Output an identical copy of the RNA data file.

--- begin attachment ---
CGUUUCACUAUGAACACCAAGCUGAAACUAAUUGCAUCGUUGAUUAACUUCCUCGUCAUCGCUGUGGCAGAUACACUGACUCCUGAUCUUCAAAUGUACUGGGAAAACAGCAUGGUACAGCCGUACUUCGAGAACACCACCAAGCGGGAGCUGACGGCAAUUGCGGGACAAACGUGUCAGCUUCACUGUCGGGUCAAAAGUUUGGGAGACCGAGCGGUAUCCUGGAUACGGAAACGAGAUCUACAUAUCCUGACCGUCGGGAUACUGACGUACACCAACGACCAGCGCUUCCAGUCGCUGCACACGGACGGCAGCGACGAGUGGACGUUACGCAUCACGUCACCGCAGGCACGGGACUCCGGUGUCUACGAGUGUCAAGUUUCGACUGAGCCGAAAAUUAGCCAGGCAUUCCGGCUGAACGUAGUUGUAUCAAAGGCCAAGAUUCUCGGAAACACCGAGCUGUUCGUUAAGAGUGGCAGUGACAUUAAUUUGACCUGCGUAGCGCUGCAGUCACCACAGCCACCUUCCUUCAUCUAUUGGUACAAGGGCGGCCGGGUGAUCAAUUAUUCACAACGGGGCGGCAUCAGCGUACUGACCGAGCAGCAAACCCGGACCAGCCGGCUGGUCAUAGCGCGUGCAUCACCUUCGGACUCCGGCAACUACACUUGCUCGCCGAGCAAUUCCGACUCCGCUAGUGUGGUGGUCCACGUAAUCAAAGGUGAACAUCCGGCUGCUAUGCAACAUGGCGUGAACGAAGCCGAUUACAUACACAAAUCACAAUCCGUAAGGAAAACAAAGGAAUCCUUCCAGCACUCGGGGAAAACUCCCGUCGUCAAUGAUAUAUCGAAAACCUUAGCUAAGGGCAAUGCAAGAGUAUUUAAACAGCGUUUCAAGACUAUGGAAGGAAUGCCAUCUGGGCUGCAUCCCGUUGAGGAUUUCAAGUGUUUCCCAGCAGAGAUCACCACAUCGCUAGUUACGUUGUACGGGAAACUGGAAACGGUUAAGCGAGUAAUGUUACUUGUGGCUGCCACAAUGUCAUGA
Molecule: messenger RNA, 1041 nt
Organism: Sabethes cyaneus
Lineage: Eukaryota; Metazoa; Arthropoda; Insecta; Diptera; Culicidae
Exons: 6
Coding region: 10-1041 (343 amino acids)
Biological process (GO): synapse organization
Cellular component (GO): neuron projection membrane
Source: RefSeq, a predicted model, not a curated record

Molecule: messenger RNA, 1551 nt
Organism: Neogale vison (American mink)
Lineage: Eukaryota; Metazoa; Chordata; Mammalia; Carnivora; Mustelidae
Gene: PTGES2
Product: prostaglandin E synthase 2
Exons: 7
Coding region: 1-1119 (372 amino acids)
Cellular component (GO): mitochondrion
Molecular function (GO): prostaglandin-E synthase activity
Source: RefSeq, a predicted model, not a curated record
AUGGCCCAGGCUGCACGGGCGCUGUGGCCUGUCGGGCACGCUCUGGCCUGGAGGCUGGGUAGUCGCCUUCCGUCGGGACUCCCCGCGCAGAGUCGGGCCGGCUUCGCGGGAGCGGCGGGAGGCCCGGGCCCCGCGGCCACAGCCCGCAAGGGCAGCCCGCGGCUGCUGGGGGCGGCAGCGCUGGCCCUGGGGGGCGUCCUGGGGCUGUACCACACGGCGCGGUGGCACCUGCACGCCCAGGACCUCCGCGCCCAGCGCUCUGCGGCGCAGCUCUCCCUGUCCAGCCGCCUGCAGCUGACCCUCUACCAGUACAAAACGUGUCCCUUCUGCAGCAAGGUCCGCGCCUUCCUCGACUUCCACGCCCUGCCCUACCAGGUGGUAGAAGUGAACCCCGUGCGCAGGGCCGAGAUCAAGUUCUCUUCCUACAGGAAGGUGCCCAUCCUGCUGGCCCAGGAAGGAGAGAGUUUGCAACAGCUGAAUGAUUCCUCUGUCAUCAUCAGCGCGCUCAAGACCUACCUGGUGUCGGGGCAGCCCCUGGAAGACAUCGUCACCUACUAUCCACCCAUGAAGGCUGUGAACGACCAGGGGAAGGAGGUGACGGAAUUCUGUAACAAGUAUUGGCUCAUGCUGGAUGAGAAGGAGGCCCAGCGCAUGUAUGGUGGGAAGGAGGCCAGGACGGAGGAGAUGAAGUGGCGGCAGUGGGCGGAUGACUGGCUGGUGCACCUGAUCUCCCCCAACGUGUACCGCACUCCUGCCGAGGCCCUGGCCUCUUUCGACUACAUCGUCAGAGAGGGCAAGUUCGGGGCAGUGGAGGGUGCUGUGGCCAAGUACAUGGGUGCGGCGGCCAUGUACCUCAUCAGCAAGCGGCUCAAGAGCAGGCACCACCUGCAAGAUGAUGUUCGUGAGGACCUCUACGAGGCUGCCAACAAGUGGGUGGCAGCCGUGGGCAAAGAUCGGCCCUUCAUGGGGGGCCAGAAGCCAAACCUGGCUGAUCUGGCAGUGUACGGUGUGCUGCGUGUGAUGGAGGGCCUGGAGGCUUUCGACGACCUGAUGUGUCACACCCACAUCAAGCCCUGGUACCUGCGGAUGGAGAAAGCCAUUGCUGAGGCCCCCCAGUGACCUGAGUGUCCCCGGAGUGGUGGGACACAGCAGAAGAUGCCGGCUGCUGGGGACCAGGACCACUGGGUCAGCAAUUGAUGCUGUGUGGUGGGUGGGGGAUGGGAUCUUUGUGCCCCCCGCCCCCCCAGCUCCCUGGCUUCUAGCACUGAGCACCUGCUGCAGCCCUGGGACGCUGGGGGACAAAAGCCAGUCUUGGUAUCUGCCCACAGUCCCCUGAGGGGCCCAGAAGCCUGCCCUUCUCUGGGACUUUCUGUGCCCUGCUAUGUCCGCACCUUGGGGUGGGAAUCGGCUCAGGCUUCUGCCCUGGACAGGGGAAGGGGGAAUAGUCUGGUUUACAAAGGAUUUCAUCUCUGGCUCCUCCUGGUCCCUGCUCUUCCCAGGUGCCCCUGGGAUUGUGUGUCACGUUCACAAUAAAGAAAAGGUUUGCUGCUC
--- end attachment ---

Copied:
CGUUUCACUAUGAACACCAAGCUGAAACUAAUUGCAUCGUUGAUUAACUUCCUCGUCAUCGCUGUGGCAGAUACACUGACUCCUGAUCUUCAAAUGUACUGGGAAAACAGCAUGGUACAGCCGUACUUCGAGAACACCACCAAGCGGGAGCUGACGGCAAUUGCGGGACAAACGUGUCAGCUUCACUGUCGGGUCAAAAGUUUGGGAGACCGAGCGGUAUCCUGGAUACGGAAACGAGAUCUACAUAUCCUGACCGUCGGGAUACUGACGUACACCAACGACCAGCGCUUCCAGUCGCUGCACACGGACGGCAGCGACGAGUGGACGUUACGCAUCACGUCACCGCAGGCACGGGACUCCGGUGUCUACGAGUGUCAAGUUUCGACUGAGCCGAAAAUUAGCCAGGCAUUCCGGCUGAACGUAGUUGUAUCAAAGGCCAAGAUUCUCGGAAACACCGAGCUGUUCGUUAAGAGUGGCAGUGACAUUAAUUUGACCUGCGUAGCGCUGCAGUCACCACAGCCACCUUCCUUCAUCUAUUGGUACAAGGGCGGCCGGGUGAUCAAUUAUUCACAACGGGGCGGCAUCAGCGUACUGACCGAGCAGCAAACCCGGACCAGCCGGCUGGUCAUAGCGCGUGCAUCACCUUCGGACUCCGGCAACUACACUUGCUCGCCGAGCAAUUCCGACUCCGCUAGUGUGGUGGUCCACGUAAUCAAAGGUGAACAUCCGGCUGCUAUGCAACAUGGCGUGAACGAAGCCGAUUACAUACACAAAUCACAAUCCGUAAGGAAAACAAAGGAAUCCUUCCAGCACUCGGGGAAAACUCCCGUCGUCAAUGAUAUAUCGAAAACCUUAGCUAAGGGCAAUGCAAGAGUAUUUAAACAGCGUUUCAAGACUAUGGAAGGAAUGCCAUCUGGGCUGCAUCCCGUUGAGGAUUUCAAGUGUUUCCCAGCAGAGAUCACCACAUCGCUAGUUACGUUGUACGGGAAACUGGAAACGGUUAAGCGAGUAAUGUUACUUGUGGCUGCCACAAUGUCAUGA
Molecule: messenger RNA, 1041 nt
Organism: Sabethes cyaneus
Lineage: Eukaryota; Metazoa; Arthropoda; Insecta; Diptera; Culicidae
Exons: 6
Coding region: 10-1041 (343 amino acids)
Biological process (GO): synapse organization
Cellular component (GO): neuron projection membrane
Source: RefSeq, a predicted model, not a curated record

Molecule: messenger RNA, 1551 nt
Organism: Neogale vison (American mink)
Lineage: Eukaryota; Metazoa; Chordata; Mammalia; Carnivora; Mustelidae
Gene: PTGES2
Product: prostaglandin E synthase 2
Exons: 7
Coding region: 1-1119 (372 amino acids)
Cellular component (GO): mitochondrion
Molecular function (GO): prostaglandin-E synthase activity
Source: RefSeq, a predicted model, not a curated record
AUGGCCCAGGCUGCACGGGCGCUGUGGCCUGUCGGGCACGCUCUGGCCUGGAGGCUGGGUAGUCGCCUUCCGUCGGGACUCCCCGCGCAGAGUCGGGCCGGCUUCGCGGGAGCGGCGGGAGGCCCGGGCCCCGCGGCCACAGCCCGCAAGGGCAGCCCGCGGCUGCUGGGGGCGGCAGCGCUGGCCCUGGGGGGCGUCCUGGGGCUGUACCACACGGCGCGGUGGCACCUGCACGCCCAGGACCUCCGCGCCCAGCGCUCUGCGGCGCAGCUCUCCCUGUCCAGCCGCCUGCAGCUGACCCUCUACCAGUACAAAACGUGUCCCUUCUGCAGCAAGGUCCGCGCCUUCCUCGACUUCCACGCCCUGCCCUACCAGGUGGUAGAAGUGAACCCCGUGCGCAGGGCCGAGAUCAAGUUCUCUUCCUACAGGAAGGUGCCCAUCCUGCUGGCCCAGGAAGGAGAGAGUUUGCAACAGCUGAAUGAUUCCUCUGUCAUCAUCAGCGCGCUCAAGACCUACCUGGUGUCGGGGCAGCCCCUGGAAGACAUCGUCACCUACUAUCCACCCAUGAAGGCUGUGAACGACCAGGGGAAGGAGGUGACGGAAUUCUGUAACAAGUAUUGGCUCAUGCUGGAUGAGAAGGAGGCCCAGCGCAUGUAUGGUGGGAAGGAGGCCAGGACGGAGGAGAUGAAGUGGCGGCAGUGGGCGGAUGACUGGCUGGUGCACCUGAUCUCCCCCAACGUGUACCGCACUCCUGCCGAGGCCCUGGCCUCUUUCGACUACAUCGUCAGAGAGGGCAAGUUCGGGGCAGUGGAGGGUGCUGUGGCCAAGUACAUGGGUGCGGCGGCCAUGUACCUCAUCAGCAAGCGGCUCAAGAGCAGGCACCACCUGCAAGAUGAUGUUCGUGAGGACCUCUACGAGGCUGCCAACAAGUGGGUGGCAGCCGUGGGCAAAGAUCGGCCCUUCAUGGGGGGCCAGAAGCCAAACCUGGCUGAUCUGGCAGUGUACGGUGUGCUGCGUGUGAUGGAGGGCCUGGAGGCUUUCGACGACCUGAUGUGUCACACCCACAUCAAGCCCUGGUACCUGCGGAUGGAGAAAGCCAUUGCUGAGGCCCCCCAGUGACCUGAGUGUCCCCGGAGUGGUGGGACACAGCAGAAGAUGCCGGCUGCUGGGGACCAGGACCACUGGGUCAGCAAUUGAUGCUGUGUGGUGGGUGGGGGAUGGGAUCUUUGUGCCCCCCGCCCCCCCAGCUCCCUGGCUUCUAGCACUGAGCACCUGCUGCAGCCCUGGGACGCUGGGGGACAAAAGCCAGUCUUGGUAUCUGCCCACAGUCCCCUGAGGGGCCCAGAAGCCUGCCCUUCUCUGGGACUUUCUGUGCCCUGCUAUGUCCGCACCUUGGGGUGGGAAUCGGCUCAGGCUUCUGCCCUGGACAGGGGAAGGGGGAAUAGUCUGGUUUACAAAGGAUUUCAUCUCUGGCUCCUCCUGGUCCCUGCUCUUCCCAGGUGCCCCUGGGAUUGUGUGUCACGUUCACAAUAAAGAAAAGGUUUGCUGCUC